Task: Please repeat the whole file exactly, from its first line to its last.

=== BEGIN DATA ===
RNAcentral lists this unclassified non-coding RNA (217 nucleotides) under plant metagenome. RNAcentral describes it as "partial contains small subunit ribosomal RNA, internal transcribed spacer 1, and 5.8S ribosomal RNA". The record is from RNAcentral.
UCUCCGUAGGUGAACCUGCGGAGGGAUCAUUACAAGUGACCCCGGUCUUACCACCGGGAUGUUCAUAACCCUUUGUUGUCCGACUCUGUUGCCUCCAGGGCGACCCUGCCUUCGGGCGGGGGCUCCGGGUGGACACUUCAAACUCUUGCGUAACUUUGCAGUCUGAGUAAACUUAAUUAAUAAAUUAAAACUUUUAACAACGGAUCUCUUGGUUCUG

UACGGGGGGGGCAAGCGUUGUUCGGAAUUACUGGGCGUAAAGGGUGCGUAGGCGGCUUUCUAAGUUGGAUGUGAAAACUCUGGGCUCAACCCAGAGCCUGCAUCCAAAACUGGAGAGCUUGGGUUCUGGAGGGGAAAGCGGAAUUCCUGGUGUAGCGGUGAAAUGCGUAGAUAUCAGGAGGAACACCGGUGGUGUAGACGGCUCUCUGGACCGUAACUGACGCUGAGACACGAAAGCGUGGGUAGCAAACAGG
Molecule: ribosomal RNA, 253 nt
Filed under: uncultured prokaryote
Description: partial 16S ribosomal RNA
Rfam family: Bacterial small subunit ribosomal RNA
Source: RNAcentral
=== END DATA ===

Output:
RNAcentral lists this unclassified non-coding RNA (217 nucleotides) under plant metagenome. RNAcentral describes it as "partial contains small subunit ribosomal RNA, internal transcribed spacer 1, and 5.8S ribosomal RNA". The record is from RNAcentral.
UCUCCGUAGGUGAACCUGCGGAGGGAUCAUUACAAGUGACCCCGGUCUUACCACCGGGAUGUUCAUAACCCUUUGUUGUCCGACUCUGUUGCCUCCAGGGCGACCCUGCCUUCGGGCGGGGGCUCCGGGUGGACACUUCAAACUCUUGCGUAACUUUGCAGUCUGAGUAAACUUAAUUAAUAAAUUAAAACUUUUAACAACGGAUCUCUUGGUUCUG

UACGGGGGGGGCAAGCGUUGUUCGGAAUUACUGGGCGUAAAGGGUGCGUAGGCGGCUUUCUAAGUUGGAUGUGAAAACUCUGGGCUCAACCCAGAGCCUGCAUCCAAAACUGGAGAGCUUGGGUUCUGGAGGGGAAAGCGGAAUUCCUGGUGUAGCGGUGAAAUGCGUAGAUAUCAGGAGGAACACCGGUGGUGUAGACGGCUCUCUGGACCGUAACUGACGCUGAGACACGAAAGCGUGGGUAGCAAACAGG
Molecule: ribosomal RNA, 253 nt
Filed under: uncultured prokaryote
Description: partial 16S ribosomal RNA
Rfam family: Bacterial small subunit ribosomal RNA
Source: RNAcentral